Will technology divide us further?

So I finally watched 2012 over the weekend, but the film left me feeling extremely agitated.The possibility that the world may meet its watery end in three years didn't bother me.

So I finally watched 2012 over the weekend, but the film left me feeling extremely agitated.

The possibility that the world may meet its watery end in three years didn't bother me. Rather, what vexed me was the process by which the human specimen was salvaged.

When it was determined that the human race was indeed facing possible extinction due to the displacement of the Earth's crust, the U.S. government decides to inform the heads of state at the G8 summit.

As I sat in the theater and watched the plot develop, I became increasingly exasperated over the gaping absence of representatives from the Asean nations or any other countries outside the G8.

I'm assuming China, while not a G8 member, was included in the covert "rescue" operation because, well, they needed the Chinese people to build those massive arks. Or perhaps the film's scriptwriters meant to include the G8+5 members? Or were they simply unaware this world has over 180 other countries?

Sure, the movie was fiction and I'm sure we would all like to believe that in the real world, the U.S. or any government, for that matter, would have the decency to alert all other nations of any impending apocalypse.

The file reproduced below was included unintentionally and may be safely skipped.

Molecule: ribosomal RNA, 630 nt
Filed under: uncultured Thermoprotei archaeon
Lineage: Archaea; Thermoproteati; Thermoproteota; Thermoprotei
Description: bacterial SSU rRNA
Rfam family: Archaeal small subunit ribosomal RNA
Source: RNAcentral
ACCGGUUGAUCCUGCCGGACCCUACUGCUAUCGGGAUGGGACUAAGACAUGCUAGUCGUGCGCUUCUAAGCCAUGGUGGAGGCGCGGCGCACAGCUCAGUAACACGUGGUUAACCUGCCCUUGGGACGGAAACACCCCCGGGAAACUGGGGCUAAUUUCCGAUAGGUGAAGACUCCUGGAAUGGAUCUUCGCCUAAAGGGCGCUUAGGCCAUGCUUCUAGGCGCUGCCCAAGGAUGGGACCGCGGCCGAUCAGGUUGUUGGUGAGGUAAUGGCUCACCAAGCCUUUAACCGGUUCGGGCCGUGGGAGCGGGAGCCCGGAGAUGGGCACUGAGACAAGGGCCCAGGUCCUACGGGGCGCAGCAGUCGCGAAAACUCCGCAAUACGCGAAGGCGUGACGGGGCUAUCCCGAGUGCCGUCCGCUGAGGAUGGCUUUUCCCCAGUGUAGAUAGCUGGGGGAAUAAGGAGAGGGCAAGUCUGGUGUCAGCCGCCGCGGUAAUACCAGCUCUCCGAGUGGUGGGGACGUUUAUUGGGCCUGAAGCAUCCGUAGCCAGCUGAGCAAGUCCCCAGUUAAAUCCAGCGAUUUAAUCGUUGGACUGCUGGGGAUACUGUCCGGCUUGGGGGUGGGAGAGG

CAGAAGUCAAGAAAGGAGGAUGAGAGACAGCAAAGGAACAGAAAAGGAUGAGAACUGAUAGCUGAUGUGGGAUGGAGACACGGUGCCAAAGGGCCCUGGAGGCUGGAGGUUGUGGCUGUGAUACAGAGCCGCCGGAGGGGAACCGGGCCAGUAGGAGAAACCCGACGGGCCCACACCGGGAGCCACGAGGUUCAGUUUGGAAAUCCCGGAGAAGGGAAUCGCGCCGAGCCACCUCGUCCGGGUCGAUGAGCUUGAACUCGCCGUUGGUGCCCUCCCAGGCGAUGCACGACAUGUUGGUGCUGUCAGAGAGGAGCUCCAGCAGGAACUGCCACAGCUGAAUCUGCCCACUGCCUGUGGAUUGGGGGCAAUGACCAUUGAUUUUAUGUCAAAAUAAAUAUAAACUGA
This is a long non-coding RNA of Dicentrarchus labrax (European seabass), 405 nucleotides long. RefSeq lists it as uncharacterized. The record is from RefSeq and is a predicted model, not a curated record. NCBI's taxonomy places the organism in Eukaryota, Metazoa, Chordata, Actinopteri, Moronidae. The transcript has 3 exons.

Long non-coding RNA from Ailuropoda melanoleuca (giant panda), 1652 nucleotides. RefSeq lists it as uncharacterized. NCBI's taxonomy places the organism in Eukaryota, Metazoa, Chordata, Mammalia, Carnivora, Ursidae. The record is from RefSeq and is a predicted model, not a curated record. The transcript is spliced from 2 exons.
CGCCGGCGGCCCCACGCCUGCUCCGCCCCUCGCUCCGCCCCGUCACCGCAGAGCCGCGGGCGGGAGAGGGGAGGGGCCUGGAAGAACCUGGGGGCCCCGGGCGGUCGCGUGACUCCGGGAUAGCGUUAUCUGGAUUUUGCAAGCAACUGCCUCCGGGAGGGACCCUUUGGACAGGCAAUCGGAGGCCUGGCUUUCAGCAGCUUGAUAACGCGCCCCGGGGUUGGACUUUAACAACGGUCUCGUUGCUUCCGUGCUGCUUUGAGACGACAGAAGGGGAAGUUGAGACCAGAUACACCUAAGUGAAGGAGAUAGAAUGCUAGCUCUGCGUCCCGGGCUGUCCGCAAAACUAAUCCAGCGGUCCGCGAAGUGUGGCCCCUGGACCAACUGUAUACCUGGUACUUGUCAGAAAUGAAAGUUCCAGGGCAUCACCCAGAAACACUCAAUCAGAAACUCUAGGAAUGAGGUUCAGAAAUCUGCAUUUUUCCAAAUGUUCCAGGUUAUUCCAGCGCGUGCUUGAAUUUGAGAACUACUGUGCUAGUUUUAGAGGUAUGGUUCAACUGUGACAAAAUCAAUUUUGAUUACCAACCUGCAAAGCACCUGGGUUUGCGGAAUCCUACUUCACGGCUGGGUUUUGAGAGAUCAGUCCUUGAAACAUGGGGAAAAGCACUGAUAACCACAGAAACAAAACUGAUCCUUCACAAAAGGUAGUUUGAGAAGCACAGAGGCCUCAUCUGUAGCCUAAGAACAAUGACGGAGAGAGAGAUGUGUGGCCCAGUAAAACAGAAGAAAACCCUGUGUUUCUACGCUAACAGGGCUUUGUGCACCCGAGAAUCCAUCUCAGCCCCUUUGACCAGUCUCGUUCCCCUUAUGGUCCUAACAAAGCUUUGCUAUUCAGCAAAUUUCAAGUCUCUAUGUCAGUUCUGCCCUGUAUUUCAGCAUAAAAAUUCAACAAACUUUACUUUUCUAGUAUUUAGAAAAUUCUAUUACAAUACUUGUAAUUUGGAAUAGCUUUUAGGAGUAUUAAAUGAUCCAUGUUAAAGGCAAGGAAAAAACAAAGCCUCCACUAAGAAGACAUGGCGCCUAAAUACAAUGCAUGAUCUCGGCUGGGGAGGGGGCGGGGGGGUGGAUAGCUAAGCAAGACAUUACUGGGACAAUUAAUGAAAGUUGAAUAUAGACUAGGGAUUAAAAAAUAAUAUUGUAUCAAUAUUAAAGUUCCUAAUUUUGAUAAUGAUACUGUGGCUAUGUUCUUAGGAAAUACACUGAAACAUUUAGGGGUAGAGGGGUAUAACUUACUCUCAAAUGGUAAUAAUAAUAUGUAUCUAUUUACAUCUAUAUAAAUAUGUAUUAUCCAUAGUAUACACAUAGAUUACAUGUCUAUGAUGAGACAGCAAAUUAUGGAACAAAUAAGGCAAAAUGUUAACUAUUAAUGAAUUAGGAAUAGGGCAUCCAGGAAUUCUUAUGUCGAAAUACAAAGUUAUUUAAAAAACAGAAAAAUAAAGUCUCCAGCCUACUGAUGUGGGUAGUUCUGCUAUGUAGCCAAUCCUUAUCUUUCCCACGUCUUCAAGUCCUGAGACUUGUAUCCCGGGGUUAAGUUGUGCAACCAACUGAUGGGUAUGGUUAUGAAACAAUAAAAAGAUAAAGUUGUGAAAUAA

But, what if the scenario was indeed real and we could only save so many humans, how would we decide who should fill those seats? What and who would "rightly" represent the humanity we want to preserve?

Should it be the smartest brains on earth? Should it be the people who are most valuable to society, and how do we then define value--by financial or social wealth? And which cultures and which arts do we preserve?

As I asked myself these questions, I thought about how it boils down to what constituted the perfect human specimen. And that led me to a medical documentary I watched last week discussing technological advancements in the realm of biogenetics.

The program highlights a controversial medical procedure called pre-implantation genetic screening or diagnosis (PGS or PGD), which screens embryos for genetic defects so babies can be born free of chronic diseases. Or, at least, that was the primary medical objective.

The procedure has been used in some instances for non-medical reasons, specifically, gender selection. If made freely available in countries such as India and China, PGS may create populations that are grossly imbalanced and eugenic.

And who's to say what defines a genetic defect? Is myopia or dwarfism a flaw? Some parents of Down Syndrome children may not take kindly to descriptions of their offspring as genetic defects.

What if PGS is used to filter embryos that carry any genes that the parent deems undesirable? Will future humanity then be a showcase of specimens similar to those in the film Gattaca?

Thanks to developments made in technology, geneticists have been able to help weed out embryos that would otherwise have created humans with severe handicaps or chronic diseases.

But thanks also to technology, we've been given yet another way to mold individuals according to what each society thinks is the best representation of the human race.

Society today is already divided by class, creed, race, wealth...and technology may very well draw yet another line.